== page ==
Hamilton

Devin Scullion defied all odds, now researchers are trying to figure out how

Doctors did not think Devin Scullion, a Hamilton man with a rare, rapid aging disorder would live past 13. But he defied the odds, and then some. He died at age 20, Sunday, but researchers are hopeful they can learn from his life to help others with progeria.

Scullion died on Sunday at age 20, but he lived longer than anyone expected

Devin Scullion, who had a rare rapid aging disorder, died on Sunday at the age of 20. (CBC)

Though Devin Scullion's death leaves a hole in the lives of his family and friends, his life sends a true "message of hope," says the head of the Progeria Research Foundation.

He endured in the face of incredible odds and lived longer than anyone could have expected, making him "a very special young man," said Meryl Fink, the executive director of the Foundation.

"We know his legacy will continue in the work that we do in trying to help all children with progeria."

About 150 children in the world are known to have the genetic disorder called progeria, also known as Hutchinson-Gilford progeria syndrome, and most individuals don't live past their early teens.

Scullion was diagnosed as a young child, and exceeded everyone's expectations up until his death on Sunday. Now, researchers at the Progeria Research Foundation plan to learn from his life.

Seeking understanding

"We're working everyday to help children with Progeria and to help find new treatments, and ultimately a cure," Fink said.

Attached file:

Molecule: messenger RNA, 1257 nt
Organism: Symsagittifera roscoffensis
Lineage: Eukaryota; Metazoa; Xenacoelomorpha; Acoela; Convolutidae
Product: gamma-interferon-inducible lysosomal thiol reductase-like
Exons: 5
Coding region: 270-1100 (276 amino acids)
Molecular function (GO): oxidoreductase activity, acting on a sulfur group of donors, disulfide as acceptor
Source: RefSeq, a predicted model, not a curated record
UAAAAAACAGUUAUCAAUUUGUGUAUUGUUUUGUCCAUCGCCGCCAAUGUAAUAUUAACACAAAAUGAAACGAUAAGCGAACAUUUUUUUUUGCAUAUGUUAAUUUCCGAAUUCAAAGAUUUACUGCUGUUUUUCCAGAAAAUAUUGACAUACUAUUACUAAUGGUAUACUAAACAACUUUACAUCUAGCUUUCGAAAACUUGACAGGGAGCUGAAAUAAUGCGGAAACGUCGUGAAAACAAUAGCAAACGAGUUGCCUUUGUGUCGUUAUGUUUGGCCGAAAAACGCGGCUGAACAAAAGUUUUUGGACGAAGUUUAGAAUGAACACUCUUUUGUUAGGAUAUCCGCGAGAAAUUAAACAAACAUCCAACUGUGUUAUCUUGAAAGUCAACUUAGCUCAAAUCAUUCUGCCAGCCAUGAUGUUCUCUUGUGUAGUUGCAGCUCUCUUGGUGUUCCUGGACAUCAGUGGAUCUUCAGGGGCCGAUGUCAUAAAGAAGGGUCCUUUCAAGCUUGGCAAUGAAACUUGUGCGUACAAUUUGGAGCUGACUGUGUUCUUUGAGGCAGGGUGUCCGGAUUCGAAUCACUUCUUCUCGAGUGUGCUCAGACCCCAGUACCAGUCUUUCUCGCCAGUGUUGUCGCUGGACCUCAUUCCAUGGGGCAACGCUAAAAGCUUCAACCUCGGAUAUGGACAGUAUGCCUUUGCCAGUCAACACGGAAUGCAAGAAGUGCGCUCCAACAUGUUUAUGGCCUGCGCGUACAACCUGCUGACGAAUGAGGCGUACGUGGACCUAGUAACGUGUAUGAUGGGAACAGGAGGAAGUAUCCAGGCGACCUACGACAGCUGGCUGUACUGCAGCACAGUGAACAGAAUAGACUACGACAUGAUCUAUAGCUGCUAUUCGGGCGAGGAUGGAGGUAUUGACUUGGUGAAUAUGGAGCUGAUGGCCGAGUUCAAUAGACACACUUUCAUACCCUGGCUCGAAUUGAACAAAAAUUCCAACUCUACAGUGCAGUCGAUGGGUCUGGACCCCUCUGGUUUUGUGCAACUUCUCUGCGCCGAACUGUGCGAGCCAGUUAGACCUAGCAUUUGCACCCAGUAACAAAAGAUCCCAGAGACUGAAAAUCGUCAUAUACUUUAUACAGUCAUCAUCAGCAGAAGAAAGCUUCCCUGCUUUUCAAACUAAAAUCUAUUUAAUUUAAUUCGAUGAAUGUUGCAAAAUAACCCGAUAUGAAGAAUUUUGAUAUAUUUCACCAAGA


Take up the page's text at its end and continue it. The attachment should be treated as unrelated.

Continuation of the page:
The disorder causes decreased muscle and bone density, and makes children prone to heart attack and stroke, the primary causes of death around age 14. But Scullion lived longer than most, making him an unusual example of the course of the disease. 

Devin Scullion graduated from high school, a major milestone for someone not expected to live past 13-years-old. (CBC)

Scullion's medical information will be added to a database to help researchers at the Progeria Research Foundation better understand the disorder, Fink said. A GoFundMe page has been launched to raise funds for the family, and to aid progeria research.

But just how he defied the odds to the extent that he did is still an unknown to the foundation. In 2012, Scullion participated in the foundation's clinical trial for Lonafarnib, a drug considered to be the first known effective treatment for the disorder.

Increased life expectancy

The treatment had some success in increasing life expectancy for others, but Scullion's 20 years was well beyond anyone else's results in the trial.

Once administered, Lonafarnib helped increase the life expectancy for most children with progeria by two years, said Fink.

"[Lornafarnib] was one factor that we can point to that was helping [Scullion]," she added.  

Whether it was medical intervention or sheer force of will, Scullion got to experience many things that other people with the disorder do not.

Devin Scullion takes flight for his 18th birthday, a major milestone for the Hamilton man. (CBC)

He graduated from high school, something his mother Jamie Madley said that she hadn't prepared herself for.

He took flying lessons, taking to the air above Ontario and fulfilling the lifelong dream of an aviation buff. He also dove head first into as many video games as he could find, with the Grand Theft Auto series being a particular favourite.

Scullion also loved the CFL's Hamilton Tiger-Cats, and got to take in more games than anyone expected — making him a source of inspiration for the team.

Ticats star quarterback Zach Collaros tweeted about Scullion on Sunday night, saying, "RIP Devin. Your courage was truly inspirational to us all in TigerTown."